Damon Lindelof has a way of making me feel like an idiot.
When he ran "Lost," entire dissertations were written about the significance of a particular book used in a given scene.
Knowing that, it’s hard to watch his rewrite of "Prometheus" – director Ridley Scott’s "Alien" prequel that isn’t an "Alien" prequel except that it really is – without sensing hidden meaning lurking around every corner.
It doesn’t take a genius to spot the parallels between the doomed titan of Greek mythology and the titular ship that shares his name. Any less subtlety and The Prometheus would have been known as The Hauler of Those With High Cheekbones and Zero Body Fat, Many of Whom Won’t Survive.
But then every passing reference to, say, "Lawrence of Arabia" or Stephen Stills begins to seem like a piece of a puzzle that’s just beyond your grasp. "Prometheus," it turns out, is the thinkiest summer blockbuster since "Inception."
When a studio representative needed my reaction immediately following the screening, I rambled and stammered for a good five minutes about how "Prometheus" was a huge, epic, multilayered event that demands to be seen. I just didn’t know if it was any good, or whether I liked it.
After several days of reflection, it is, and I did.
After a series of stunning establishing shots that resemble the best IMAX nature film you’d ever see, scientists Shaw (Noomi Rapace, the original "Girl With the Dragon Tattoo") and Holloway (Logan Marshall-Green, TNT’s "Dark Blue") discover ancient drawings in a Scottish cave that, at least in their eyes, confirm not just the existence of life on a distant planet, but that we were created by that very life.
The next thing you know, they’re onboard the Prometheus as part of a 28-month, trillion-dollar expedition to get to know mankind’s "engineers" – bald, overly muscled humanoids that look like they’d be the hand-balancing act in a sci-fi-themed extravaganza by Cirque du Soleil.
Beyond that, it’s best not to talk about the plot, letting the whole "what the (expletive) is going to happen?" anticipation work its magic. Except to say that there’s a reason the phrase "going to meet your maker" has come to mean something awful.
As Vickers, the onboard representative of the mysterious Weyland Corp. that financed the mission, Charlize Theron gets to show a detached, icy side completely unlike her over-the-top queen in last weekend’s "Snow White and the Huntsman."
And as Janek, the space cowboy who captains the Prometheus, Idris Elba ("The Wire") brings the necessary testosterone and a sly sense of humor.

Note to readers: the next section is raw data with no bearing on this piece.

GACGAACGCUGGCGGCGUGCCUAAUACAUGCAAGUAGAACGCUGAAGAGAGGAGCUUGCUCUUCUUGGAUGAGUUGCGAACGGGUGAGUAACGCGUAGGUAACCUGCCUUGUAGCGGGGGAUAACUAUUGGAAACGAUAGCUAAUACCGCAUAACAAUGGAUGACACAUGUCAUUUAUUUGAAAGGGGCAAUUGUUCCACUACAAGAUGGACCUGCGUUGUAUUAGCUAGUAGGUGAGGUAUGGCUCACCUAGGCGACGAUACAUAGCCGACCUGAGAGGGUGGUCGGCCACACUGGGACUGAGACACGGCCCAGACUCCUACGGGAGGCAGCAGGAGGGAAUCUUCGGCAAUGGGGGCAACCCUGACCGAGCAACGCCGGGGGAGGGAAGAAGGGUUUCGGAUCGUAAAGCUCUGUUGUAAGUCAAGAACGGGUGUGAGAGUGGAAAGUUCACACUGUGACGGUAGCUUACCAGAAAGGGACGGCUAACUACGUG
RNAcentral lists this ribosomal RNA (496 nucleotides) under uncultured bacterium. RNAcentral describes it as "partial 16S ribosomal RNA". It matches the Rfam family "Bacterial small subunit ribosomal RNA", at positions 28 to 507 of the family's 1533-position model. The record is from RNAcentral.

But "Prometheus" clearly belongs to Rapace, essentially filling in for Sigourney Weaver’s Ripley, and Michael Fassbender, who commands the screen, giving the android David more depth than most of its human counterparts.
You don’t need to have seen a second of "Alien" to enjoy "Prometheus," but there are several callbacks for fans of the original.
Officially, the movie is "based on elements" of its predecessor and, like the relationship between the engineers and humans, they share the same DNA. You won’t find the face-huggers or chest-rippers from "Alien," for example, but these new breeds of slimers are terrifying in their own right.
And unlike the dark, claustrophobic feel of "Alien," "Prometheus" is undeniably gorgeous. It’s hard to imagine anything looking better, especially with its brilliant 3-D that’s well worth the upsell.
Actually, "Prometheus" may look too good.
One of the problems with prequels – especially intergalactic prequels made some 30 years after the original – is the real-world advances in science. The Prometheus is a technical marvel, yet the Nostromo from "Alien," which took flight some 30 years later, looks like it was powered by an Atari 2600 and a Lite-Brite.
Is that just Scott and Lindelof wanting to make "Prometheus" as dazzling as possible, regardless of the limitations of the 1979 original? Or was there some sort of war on technology during the gap between the movies that could be addressed in future films?
That’s just the sort of rabbit hole "Prometheus" will send you down as it keeps your brain whirring long after the credits roll.
Contact Christopher Lawrence at firstname.lastname@example.org or 702-380-4567.Review
R; sci-fi violence including some intense images, and brief language
At multiple locations